A Japanese paper hinge is tipped onto the shoulder (Figures 4 and 5).
The tissue should begin at the apex of the shoulder and extend toward the foredge. Small holes will be drilled at the shoulder through the tissue and the tissue will later be folded back to cover the new tackets.
|Figure 4||Figure 5|
Small holes are drilled through the shoulder with a jewelers drill at appropriate locations, the number depending on the size of the volume (Figures 6 and 7).
|Figure 6||Figure 7|
The positions for the holes for the new tackets should be approximately a half inch from the head and tail, but placed not to interfere with the kettle stitch. The other holes should be roughly equidistant from each other, but again not interfering with existing sewing or cords.
There is a large assortment of jeweler's drills which can be used to create the hole. We find those in the 1 mm range the most useful (#57 through #61).
Drill the holes through the textblock at the base of the shoulder and exit about one quarter to one half inch into the spine, depending on the depth of the shoulder.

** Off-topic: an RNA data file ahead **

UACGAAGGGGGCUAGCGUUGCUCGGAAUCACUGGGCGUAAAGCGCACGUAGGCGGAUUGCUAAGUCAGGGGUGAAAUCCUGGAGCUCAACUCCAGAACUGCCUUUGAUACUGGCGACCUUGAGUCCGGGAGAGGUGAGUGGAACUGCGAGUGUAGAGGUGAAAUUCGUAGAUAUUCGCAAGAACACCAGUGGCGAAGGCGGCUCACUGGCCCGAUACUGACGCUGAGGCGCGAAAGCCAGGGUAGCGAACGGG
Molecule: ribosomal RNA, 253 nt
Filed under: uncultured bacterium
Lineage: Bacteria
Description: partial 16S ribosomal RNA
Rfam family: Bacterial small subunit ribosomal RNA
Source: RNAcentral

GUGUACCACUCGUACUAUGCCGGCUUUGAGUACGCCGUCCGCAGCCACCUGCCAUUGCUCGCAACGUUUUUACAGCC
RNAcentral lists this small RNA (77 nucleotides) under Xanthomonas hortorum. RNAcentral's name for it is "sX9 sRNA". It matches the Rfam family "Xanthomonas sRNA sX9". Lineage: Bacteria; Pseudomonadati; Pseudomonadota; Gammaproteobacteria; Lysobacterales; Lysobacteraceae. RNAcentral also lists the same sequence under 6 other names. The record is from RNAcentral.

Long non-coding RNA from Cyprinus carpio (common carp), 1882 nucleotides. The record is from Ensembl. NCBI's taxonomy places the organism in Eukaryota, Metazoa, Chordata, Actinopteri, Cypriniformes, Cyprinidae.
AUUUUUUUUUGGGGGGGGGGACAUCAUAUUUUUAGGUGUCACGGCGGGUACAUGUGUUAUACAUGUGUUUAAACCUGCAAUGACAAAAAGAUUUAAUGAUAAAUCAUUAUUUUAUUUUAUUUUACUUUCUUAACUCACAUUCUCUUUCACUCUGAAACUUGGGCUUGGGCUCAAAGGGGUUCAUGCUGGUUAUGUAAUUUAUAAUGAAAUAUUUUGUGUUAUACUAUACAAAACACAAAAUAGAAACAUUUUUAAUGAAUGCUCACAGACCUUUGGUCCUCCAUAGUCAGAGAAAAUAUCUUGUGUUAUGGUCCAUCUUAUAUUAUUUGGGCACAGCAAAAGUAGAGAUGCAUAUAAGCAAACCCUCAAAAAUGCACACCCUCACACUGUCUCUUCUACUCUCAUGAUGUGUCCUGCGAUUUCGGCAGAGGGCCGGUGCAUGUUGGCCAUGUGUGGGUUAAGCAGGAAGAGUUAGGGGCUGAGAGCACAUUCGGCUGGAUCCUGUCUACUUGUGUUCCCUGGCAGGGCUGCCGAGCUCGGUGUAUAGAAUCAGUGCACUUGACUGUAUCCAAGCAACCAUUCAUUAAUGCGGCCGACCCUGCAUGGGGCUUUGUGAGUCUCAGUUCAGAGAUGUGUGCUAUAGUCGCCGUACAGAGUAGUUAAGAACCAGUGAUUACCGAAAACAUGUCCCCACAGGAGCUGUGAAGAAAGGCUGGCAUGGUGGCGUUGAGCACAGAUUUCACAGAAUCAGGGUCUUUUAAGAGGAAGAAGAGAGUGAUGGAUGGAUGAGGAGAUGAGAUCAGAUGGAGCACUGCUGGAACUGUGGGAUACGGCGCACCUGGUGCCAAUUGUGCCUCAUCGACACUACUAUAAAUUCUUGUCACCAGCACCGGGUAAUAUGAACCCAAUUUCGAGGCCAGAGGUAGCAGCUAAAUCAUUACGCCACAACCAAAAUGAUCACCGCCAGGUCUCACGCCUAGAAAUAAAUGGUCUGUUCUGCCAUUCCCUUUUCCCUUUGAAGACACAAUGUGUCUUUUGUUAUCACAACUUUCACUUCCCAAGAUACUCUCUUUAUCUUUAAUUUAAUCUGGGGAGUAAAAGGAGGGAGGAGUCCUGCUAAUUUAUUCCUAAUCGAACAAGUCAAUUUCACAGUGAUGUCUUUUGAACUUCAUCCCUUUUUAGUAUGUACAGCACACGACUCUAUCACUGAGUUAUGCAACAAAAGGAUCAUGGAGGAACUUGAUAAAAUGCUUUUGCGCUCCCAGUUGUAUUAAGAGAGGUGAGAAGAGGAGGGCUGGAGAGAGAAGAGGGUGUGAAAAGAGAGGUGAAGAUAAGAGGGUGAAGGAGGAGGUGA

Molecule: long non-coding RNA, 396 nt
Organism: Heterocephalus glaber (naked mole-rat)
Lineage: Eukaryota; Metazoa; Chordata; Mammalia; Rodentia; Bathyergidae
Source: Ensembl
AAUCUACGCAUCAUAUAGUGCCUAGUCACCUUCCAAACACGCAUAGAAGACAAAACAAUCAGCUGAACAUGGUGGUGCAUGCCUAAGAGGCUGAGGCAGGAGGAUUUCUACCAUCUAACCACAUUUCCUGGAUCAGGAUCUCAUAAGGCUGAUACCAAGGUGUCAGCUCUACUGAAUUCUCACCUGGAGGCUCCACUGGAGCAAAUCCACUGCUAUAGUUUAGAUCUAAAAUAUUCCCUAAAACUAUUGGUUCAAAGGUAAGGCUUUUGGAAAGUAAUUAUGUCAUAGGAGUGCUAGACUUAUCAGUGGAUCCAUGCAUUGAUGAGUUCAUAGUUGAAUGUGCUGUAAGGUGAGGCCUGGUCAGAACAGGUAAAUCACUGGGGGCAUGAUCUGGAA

A loop of heavy linen thread is pulled through the holes using an improvised wire needle threader with open ends. The loop is cinched to the shoulder leaving two tails which are used as the slips to lace the board on (Figures 8 and 9)
The linen thread used for the new tackets can vary in thickness depending on the size of the book, but 16/4 thread is a useful size. The l mm drill seems to provide a hole small enough so that the thread is wedged into position.
An improvised threader can be made by stripping the middle section of a 14" length of covered steel wire down to one or two strands. This section is fed through the holes. The unstripped covered wire at the two ends make handles to pull from.
Use the threader to pull the thread through the holes, leaving a loop at the shoulder. The open-ended threader can be removed from the loop.
Pull the tails of the cords through the loop, and tighten so that the knot sits on the apex of the shoulder.